The boy and the girl had once dreamed of ships, long ago, before they’d ever seen the True Sea. They were the vessels of stories, magic ships with masts hewn from sweet cedar and sails spun by maidens from thread of pure gold. Their crews were white mice who sang songs and scrubbed the decks with their pink tails.
The Verrhader was not a magic ship. It was a Kerch trader, its hold bursting with millet and molasses. It stank of unwashed bodies and the raw onions the sailors claimed would prevent scurvy. Its crew spat and swore and gambled for rum rations. The bread the boy and the girl were given spilled weevils, and their cabin was a cramped closet they were forced to share with two other passengers and a barrel of salt cod.
They didn’t mind. They grew used to the clang of bells sounding the hour, the cry of the gulls, the unintelligible gabble of Kerch. The ship was their kingdom, and the sea a vast moat that kept their enemies at bay.
The boy took to life aboard ship as easily as he took to everything else. He learned to tie knots and mend sails, and as his wounds healed, he worked the lines beside the crew. He abandoned his shoes and climbed barefoot and fearless in the rigging. The sailors marveled at the way he spotted dolphins, schools of rays, bright striped tigerfish, the way he sensed the place a whale would breach the moment before its broad, pebbled back broke the waves. They claimed they’d be rich if they just had a bit of his luck.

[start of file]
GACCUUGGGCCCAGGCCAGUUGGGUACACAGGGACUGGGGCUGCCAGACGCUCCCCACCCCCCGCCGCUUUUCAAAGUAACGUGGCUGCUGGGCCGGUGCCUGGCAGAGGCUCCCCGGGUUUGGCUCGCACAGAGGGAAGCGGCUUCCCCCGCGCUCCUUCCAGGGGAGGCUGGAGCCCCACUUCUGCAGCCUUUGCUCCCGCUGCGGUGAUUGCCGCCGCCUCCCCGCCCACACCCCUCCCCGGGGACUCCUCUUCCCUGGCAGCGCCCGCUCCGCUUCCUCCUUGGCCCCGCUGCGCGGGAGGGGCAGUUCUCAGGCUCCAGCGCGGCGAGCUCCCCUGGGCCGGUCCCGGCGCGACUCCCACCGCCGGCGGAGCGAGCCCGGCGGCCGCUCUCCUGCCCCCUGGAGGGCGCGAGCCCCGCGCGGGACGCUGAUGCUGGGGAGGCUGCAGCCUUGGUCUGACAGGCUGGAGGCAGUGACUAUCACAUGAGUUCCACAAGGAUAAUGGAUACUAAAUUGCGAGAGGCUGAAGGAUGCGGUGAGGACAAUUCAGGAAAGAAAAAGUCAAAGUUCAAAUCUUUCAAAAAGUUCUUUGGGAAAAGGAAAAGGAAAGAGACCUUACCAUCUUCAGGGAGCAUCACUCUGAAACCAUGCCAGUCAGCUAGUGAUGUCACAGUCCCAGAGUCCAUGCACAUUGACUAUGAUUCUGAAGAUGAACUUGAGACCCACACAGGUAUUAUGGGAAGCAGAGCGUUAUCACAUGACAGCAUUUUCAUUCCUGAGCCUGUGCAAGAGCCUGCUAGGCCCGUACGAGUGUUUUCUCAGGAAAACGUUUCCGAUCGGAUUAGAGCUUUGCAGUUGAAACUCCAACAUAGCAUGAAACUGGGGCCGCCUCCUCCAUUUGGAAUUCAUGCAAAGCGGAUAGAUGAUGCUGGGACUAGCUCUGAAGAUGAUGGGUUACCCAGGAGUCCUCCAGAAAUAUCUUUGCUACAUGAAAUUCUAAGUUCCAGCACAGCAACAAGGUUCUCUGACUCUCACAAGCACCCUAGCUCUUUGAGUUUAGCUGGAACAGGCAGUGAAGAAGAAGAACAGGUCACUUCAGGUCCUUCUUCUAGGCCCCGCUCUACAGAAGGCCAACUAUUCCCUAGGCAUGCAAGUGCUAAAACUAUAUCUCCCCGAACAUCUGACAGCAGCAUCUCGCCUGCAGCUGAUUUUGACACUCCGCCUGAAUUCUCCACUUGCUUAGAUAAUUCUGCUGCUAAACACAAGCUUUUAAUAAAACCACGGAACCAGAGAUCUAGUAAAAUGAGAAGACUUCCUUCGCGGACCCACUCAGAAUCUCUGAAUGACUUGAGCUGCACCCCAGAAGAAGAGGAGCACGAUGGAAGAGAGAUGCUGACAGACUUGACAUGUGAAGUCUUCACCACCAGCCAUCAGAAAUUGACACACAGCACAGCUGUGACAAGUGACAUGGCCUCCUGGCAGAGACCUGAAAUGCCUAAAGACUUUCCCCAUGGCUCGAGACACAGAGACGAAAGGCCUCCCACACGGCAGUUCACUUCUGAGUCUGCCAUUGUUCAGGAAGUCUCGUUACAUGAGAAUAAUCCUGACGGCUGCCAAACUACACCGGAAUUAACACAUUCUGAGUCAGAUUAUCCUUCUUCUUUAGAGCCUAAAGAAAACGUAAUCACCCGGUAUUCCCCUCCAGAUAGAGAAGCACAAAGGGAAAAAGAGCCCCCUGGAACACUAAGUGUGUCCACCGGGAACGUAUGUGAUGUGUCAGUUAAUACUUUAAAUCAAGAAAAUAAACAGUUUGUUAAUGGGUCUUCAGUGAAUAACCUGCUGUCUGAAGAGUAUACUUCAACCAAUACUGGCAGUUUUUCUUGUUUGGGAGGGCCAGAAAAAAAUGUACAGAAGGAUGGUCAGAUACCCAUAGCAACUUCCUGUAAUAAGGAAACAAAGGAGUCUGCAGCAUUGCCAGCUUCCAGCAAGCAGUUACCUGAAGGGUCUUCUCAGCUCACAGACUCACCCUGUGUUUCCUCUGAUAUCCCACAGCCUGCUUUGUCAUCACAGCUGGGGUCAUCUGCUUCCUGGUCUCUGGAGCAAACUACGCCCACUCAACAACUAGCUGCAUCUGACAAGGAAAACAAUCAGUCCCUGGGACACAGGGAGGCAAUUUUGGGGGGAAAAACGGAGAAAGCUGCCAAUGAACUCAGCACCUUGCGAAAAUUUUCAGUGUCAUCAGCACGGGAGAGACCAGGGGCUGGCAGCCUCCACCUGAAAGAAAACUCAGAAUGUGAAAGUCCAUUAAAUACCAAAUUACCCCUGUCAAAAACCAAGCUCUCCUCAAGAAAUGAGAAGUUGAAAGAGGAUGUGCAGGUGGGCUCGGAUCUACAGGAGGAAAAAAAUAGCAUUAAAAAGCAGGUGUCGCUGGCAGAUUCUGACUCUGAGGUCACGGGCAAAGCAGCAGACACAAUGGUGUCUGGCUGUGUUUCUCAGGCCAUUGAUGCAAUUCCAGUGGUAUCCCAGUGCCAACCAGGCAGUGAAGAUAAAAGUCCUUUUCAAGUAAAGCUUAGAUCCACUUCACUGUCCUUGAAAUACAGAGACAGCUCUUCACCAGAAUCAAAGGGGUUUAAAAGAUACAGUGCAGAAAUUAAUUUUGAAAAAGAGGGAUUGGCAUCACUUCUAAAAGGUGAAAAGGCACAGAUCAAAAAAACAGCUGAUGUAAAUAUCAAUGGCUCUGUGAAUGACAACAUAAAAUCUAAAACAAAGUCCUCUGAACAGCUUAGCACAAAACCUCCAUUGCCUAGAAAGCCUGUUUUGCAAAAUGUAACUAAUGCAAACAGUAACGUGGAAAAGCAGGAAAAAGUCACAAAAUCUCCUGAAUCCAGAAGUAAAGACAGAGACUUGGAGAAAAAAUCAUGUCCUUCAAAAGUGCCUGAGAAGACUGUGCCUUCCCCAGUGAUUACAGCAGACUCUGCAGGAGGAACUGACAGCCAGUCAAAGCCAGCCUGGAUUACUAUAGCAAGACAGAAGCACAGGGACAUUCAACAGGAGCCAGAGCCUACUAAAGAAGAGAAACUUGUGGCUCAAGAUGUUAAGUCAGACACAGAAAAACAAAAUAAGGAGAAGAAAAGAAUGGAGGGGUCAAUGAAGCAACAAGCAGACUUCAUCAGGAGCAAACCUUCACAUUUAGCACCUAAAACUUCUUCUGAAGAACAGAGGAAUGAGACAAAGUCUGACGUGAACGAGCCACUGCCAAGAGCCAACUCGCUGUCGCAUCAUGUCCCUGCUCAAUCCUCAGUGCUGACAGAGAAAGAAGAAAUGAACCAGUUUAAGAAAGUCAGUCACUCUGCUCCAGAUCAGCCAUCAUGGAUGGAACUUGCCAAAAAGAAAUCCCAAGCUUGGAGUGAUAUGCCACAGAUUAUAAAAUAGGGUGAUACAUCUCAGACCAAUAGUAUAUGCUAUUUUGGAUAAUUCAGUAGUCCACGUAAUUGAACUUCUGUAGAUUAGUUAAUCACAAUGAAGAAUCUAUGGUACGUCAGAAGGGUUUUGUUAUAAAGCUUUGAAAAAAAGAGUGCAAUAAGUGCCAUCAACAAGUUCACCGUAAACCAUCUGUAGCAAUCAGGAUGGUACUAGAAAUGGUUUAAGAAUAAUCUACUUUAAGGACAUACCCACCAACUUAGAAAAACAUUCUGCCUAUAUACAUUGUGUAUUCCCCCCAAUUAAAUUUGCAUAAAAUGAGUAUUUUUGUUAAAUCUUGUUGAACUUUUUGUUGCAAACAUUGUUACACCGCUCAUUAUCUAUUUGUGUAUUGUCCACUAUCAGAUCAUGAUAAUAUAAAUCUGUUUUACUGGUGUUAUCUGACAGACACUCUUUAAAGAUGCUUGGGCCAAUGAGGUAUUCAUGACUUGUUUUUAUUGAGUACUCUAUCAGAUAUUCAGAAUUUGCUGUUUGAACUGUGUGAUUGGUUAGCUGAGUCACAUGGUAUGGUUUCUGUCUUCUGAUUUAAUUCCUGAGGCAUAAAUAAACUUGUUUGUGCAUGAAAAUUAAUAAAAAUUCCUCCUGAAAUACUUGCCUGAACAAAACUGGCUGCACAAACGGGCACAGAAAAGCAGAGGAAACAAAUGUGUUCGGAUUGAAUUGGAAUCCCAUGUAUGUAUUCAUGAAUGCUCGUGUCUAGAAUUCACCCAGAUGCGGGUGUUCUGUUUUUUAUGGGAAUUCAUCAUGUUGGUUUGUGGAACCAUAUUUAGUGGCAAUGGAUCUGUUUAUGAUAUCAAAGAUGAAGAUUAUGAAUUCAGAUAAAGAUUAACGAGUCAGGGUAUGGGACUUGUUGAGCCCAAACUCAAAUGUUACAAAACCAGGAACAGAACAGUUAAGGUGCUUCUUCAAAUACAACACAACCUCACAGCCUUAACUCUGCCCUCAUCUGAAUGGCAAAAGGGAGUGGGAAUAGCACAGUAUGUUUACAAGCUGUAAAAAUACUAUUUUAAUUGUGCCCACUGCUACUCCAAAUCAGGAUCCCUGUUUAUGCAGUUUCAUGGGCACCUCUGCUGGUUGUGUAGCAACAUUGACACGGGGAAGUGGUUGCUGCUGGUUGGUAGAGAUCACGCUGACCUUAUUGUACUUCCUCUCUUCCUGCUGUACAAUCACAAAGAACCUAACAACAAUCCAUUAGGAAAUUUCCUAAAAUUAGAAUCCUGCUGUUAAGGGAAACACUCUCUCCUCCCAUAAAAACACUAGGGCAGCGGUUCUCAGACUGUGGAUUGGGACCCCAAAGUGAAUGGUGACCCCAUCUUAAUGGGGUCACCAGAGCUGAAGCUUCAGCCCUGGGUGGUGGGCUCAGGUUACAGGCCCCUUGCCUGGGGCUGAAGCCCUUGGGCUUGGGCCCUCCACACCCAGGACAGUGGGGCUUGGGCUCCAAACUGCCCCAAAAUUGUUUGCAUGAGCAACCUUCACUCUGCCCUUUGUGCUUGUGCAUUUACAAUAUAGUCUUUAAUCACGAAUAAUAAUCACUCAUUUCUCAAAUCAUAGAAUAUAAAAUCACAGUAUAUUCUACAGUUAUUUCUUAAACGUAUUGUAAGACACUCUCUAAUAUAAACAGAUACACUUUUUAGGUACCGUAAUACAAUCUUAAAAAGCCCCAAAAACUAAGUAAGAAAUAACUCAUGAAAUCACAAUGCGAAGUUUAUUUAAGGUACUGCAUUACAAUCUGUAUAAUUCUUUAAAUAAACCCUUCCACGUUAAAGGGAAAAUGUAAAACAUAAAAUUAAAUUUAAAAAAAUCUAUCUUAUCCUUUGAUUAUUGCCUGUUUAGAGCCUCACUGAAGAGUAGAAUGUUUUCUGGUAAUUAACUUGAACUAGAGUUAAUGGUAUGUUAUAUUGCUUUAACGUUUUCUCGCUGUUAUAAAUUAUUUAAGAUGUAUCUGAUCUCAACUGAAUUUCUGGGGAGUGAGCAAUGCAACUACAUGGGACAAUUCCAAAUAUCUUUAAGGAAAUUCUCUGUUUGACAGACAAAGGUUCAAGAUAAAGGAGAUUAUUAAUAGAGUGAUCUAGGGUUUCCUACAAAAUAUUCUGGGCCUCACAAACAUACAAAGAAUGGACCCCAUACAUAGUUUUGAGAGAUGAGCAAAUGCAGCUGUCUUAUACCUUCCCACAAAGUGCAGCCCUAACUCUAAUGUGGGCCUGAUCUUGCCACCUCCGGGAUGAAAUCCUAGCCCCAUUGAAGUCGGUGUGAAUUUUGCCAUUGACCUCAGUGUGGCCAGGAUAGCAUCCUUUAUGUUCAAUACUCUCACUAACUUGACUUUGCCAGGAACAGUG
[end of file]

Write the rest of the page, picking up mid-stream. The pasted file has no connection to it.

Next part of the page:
The girl made them nervous.
Three days out to sea, the captain asked her to remain belowdecks as much as possible. He blamed it on the crew’s superstition, claimed that they thought women aboard ship would bring ill winds. This was true, but the sailors might have welcomed a laughing, happy girl, a girl who told jokes or tried her hand at the tin whistle.
This girl stood quiet and unmoving by the rail, clutching her scarf around her neck, frozen like a figurehead carved from white wood. This girl screamed in her sleep and woke the men dozing in the foretop.
So the girl spent her days haunting the dark belly of the ship. She counted barrels of molasses, studied the captain’s charts. At night, she slipped into the shelter of the boy’s arms as they stood together on deck, picking out constellations from the vast spill of stars: the Hunter, the Scholar, the Three Foolish Sons, the bright spokes of the Spinning Wheel, the Southern Palace with its six crooked spires.
She kept him there as long as she could, telling stories, asking questions. Because she knew when she slept, she would dream. Sometimes she dreamed of broken skiffs with black sails and decks slick with blood, of people crying out in the darkness. But worse were the dreams of a pale prince who pressed his lips to her neck, who placed his hands on the collar that circled her throat and called forth her power in a blaze of bright sunlight.
When she dreamed of him, she woke shaking, the echo of her power still vibrating through her, the feeling of the light still warm on her skin.
The boy held her tighter, murmured soft words to lull her to sleep.
“It’s only a nightmare,” he whispered. “The dreams will stop.”
He didn’t understand. The dreams were the only place it was safe to use her power now, and she longed for them.